Costa Rica agreed to grant humanitarian visas to more than a thousand Cubans who have been held at the border with Panama for some days, according to a report this Saturday in El Nuevo Herald. The announcement was made Friday night by the Costa Rican government, which clarifies that the measure is only for Cubans already in their territory and that it is adamant about its decision to close its border to citizens of Cuba who try to enter without a transit visa to the United States.
The crisis in the Paso Canoas border crossing on the border with Panama was complicated by the arrival of more Cubans, now numbering about 1,400, whom Costa Rica wishes to deport to the neighboring country and who, on Friday afternoon continued blocking the main highway.
The measure seeks to cut off the business of organized crime human trafficking, said the Director of Immigration of Costa Rica, Kattia Rodríguez.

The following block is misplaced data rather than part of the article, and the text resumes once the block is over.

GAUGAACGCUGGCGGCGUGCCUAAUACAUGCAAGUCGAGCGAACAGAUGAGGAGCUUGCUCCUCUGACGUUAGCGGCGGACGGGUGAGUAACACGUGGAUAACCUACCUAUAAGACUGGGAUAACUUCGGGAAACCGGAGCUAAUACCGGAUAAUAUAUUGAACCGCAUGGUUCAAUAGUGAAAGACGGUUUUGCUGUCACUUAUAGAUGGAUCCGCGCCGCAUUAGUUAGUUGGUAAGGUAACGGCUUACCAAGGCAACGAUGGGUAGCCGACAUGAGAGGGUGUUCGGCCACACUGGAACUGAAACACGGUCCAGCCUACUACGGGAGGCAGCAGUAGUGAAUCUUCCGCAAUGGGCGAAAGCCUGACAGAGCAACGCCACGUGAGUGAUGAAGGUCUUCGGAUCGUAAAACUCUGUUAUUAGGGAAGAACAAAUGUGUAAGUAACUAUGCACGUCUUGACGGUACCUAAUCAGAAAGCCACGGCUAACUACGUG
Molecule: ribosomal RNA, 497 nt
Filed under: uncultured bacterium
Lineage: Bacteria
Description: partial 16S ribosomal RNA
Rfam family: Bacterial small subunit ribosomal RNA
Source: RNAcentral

Before Wednesday, Costa Rica allowed entry to Cubans to process them as refugees. But Cubans never followed the procedures and always continued to travel to Nicaragua, the rest of Central America and Mexico, on their way from Ecuador to the United States.
Rodriguez told El Nuevo Herald that the crisis arose after Costa Rica disrupted a network last Tuesday dedicated to the illicit trafficking of Cubans. For each Cuban crossing from Ecuador to the United States, the mafias charge $7,500 to $15,000, she remarked, detailing that the flow between January and September of 2015 was 12,166 Cubans, compared to 5,144 in 2014, and 2,549 in 2013.